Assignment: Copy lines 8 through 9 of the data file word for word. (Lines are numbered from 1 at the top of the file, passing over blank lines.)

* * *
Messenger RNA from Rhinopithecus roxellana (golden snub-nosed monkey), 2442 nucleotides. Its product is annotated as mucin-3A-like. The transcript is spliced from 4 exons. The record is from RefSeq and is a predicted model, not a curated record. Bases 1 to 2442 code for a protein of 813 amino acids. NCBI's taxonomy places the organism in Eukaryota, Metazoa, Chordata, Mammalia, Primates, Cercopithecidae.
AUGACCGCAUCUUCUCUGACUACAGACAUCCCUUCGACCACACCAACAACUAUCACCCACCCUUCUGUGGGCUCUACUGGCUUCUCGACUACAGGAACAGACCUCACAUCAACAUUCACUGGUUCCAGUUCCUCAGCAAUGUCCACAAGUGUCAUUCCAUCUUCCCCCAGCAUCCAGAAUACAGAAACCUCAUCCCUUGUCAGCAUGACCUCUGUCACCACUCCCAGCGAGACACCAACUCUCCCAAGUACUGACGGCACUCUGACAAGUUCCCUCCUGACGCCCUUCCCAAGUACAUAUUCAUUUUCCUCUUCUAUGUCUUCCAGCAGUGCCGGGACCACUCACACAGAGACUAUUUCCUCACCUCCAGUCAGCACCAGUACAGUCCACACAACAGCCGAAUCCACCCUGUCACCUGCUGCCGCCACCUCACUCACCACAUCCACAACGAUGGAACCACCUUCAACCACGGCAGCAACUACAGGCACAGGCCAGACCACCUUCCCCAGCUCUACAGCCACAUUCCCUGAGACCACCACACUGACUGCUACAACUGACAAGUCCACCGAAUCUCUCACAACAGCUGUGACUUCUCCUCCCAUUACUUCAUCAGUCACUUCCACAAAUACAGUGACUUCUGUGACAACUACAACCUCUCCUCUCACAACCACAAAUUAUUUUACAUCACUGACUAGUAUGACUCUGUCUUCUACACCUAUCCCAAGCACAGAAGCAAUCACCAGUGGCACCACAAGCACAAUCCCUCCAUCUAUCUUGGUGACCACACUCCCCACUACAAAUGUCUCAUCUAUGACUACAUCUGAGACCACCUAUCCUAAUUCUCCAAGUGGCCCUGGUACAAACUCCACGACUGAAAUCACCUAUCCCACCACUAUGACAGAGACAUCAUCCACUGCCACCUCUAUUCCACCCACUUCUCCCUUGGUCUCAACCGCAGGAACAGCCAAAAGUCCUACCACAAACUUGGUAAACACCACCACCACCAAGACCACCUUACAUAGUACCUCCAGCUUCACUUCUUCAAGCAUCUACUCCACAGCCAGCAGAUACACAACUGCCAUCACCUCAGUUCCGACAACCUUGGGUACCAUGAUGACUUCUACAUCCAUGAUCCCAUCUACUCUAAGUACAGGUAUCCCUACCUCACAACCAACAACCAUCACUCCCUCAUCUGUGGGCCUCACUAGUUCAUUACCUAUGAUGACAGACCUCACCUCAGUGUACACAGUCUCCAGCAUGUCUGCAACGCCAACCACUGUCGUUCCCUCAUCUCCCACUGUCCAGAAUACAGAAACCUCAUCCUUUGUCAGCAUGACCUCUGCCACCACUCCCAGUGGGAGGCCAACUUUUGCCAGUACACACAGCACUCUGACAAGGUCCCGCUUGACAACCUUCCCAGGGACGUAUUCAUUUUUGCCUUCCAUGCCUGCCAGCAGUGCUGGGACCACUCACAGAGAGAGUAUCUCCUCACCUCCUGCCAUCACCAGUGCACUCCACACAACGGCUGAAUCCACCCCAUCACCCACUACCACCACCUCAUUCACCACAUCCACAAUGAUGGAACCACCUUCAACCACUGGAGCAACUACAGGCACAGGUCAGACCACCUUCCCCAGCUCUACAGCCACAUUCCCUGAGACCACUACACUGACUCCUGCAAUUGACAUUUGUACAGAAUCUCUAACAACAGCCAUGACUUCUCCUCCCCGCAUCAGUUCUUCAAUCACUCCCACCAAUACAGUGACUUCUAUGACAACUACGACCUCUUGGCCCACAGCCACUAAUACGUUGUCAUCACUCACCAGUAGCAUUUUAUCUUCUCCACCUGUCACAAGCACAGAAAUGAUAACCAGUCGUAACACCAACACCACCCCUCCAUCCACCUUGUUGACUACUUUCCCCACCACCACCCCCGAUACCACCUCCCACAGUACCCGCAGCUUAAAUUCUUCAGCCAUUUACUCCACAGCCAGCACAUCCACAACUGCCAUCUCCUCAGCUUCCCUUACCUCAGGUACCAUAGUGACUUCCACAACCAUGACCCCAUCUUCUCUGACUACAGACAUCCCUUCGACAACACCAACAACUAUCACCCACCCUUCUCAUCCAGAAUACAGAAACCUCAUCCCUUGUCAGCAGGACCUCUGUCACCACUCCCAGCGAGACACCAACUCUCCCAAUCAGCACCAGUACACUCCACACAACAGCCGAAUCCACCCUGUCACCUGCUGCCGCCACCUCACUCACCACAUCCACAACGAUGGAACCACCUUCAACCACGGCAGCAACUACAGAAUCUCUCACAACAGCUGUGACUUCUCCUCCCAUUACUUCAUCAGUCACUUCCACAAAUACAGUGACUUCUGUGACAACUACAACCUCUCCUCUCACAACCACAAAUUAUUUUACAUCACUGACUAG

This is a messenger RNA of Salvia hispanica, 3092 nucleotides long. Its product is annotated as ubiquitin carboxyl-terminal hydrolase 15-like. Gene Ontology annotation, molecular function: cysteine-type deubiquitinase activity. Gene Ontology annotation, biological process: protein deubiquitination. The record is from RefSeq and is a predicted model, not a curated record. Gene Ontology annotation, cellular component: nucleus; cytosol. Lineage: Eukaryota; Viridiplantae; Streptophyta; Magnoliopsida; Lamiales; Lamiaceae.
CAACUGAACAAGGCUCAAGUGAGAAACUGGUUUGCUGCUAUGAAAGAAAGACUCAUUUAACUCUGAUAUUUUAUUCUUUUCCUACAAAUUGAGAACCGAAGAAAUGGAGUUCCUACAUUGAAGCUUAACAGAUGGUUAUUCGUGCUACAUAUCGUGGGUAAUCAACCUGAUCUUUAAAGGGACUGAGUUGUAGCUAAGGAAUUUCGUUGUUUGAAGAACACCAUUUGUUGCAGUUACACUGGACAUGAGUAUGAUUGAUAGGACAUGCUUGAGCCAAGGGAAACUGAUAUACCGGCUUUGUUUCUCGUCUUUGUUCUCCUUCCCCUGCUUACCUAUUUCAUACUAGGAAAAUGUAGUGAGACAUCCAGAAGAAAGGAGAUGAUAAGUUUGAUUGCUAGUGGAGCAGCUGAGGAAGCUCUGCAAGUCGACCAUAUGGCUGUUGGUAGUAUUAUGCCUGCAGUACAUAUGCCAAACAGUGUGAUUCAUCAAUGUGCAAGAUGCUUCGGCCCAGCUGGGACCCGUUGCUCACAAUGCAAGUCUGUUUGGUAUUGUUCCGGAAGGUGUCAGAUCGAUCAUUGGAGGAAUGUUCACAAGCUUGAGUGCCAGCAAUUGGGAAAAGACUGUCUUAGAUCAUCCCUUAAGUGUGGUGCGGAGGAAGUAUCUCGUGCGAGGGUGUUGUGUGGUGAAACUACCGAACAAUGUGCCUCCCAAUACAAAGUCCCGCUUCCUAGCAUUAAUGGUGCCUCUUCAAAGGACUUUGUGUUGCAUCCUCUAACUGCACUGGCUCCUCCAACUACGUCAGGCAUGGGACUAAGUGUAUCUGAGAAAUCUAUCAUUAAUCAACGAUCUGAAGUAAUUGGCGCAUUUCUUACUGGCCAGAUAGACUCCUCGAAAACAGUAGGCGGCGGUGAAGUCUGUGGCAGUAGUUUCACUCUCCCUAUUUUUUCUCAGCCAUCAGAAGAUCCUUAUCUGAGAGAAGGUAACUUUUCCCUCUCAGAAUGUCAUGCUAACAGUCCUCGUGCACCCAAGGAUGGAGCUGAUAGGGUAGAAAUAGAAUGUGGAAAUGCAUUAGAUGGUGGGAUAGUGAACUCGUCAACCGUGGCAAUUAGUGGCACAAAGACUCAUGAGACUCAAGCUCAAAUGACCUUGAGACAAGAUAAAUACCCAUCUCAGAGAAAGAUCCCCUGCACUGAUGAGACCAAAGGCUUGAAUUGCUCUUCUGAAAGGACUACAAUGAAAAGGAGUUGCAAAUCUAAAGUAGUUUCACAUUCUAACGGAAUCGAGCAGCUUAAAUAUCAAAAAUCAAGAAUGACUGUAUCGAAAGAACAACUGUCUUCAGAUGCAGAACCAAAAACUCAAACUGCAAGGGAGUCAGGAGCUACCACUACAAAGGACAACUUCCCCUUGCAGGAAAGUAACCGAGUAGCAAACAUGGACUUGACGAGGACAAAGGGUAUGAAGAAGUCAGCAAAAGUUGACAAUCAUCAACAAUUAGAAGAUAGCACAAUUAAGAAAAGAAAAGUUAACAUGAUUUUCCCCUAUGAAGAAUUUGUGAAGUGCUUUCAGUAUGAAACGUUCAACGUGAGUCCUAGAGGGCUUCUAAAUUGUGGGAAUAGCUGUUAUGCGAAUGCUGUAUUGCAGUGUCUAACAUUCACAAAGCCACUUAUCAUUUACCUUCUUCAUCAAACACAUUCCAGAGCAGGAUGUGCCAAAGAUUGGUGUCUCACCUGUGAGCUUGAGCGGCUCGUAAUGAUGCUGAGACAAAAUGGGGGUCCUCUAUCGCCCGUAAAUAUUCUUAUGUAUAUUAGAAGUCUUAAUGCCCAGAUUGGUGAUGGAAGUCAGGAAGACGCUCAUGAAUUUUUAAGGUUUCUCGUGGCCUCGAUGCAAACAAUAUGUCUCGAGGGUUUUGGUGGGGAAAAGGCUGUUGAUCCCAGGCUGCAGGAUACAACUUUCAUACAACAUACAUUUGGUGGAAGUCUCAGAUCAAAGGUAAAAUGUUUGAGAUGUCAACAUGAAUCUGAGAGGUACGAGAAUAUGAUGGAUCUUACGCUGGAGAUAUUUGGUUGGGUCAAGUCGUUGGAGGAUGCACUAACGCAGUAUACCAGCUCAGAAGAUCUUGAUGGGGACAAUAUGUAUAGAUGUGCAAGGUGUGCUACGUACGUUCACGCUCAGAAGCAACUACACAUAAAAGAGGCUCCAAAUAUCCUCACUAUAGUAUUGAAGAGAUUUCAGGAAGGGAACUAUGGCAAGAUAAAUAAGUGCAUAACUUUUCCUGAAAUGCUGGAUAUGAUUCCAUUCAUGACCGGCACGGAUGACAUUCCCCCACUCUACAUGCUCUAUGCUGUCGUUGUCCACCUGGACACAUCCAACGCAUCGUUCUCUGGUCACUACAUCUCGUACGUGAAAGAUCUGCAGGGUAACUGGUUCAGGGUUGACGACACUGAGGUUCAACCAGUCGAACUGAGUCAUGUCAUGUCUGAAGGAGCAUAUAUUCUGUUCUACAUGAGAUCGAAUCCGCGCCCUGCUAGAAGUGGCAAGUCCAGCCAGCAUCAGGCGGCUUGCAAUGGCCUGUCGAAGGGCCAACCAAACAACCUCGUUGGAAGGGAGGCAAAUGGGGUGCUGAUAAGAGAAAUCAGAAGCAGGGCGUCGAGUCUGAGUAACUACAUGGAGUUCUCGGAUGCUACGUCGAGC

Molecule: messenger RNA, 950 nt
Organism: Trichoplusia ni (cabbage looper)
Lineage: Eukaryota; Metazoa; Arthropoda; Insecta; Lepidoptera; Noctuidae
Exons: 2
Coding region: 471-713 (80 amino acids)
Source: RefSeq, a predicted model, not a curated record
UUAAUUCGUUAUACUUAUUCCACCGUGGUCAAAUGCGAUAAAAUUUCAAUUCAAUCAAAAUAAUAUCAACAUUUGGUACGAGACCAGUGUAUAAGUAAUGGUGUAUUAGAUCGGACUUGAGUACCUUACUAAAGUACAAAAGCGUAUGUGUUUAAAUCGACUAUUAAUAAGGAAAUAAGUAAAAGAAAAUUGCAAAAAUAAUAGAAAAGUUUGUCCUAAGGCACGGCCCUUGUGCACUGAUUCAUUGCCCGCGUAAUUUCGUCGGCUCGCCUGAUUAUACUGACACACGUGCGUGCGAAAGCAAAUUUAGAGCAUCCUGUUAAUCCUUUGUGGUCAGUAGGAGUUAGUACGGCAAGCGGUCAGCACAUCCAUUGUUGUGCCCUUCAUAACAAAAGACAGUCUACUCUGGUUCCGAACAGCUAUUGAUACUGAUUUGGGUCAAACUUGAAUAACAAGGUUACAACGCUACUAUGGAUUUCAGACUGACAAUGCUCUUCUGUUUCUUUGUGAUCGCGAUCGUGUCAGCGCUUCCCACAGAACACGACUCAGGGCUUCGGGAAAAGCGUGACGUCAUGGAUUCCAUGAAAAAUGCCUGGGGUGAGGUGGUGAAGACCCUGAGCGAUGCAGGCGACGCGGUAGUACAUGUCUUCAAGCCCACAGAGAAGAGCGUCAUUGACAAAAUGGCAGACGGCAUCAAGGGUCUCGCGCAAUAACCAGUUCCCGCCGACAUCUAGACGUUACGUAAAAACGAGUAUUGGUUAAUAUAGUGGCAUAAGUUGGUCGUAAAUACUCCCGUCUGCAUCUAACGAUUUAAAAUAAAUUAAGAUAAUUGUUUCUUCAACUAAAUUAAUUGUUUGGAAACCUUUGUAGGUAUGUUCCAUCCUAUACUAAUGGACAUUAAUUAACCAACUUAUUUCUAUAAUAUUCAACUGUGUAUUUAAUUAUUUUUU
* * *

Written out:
Exons: 2
Coding region: 471-713 (80 amino acids)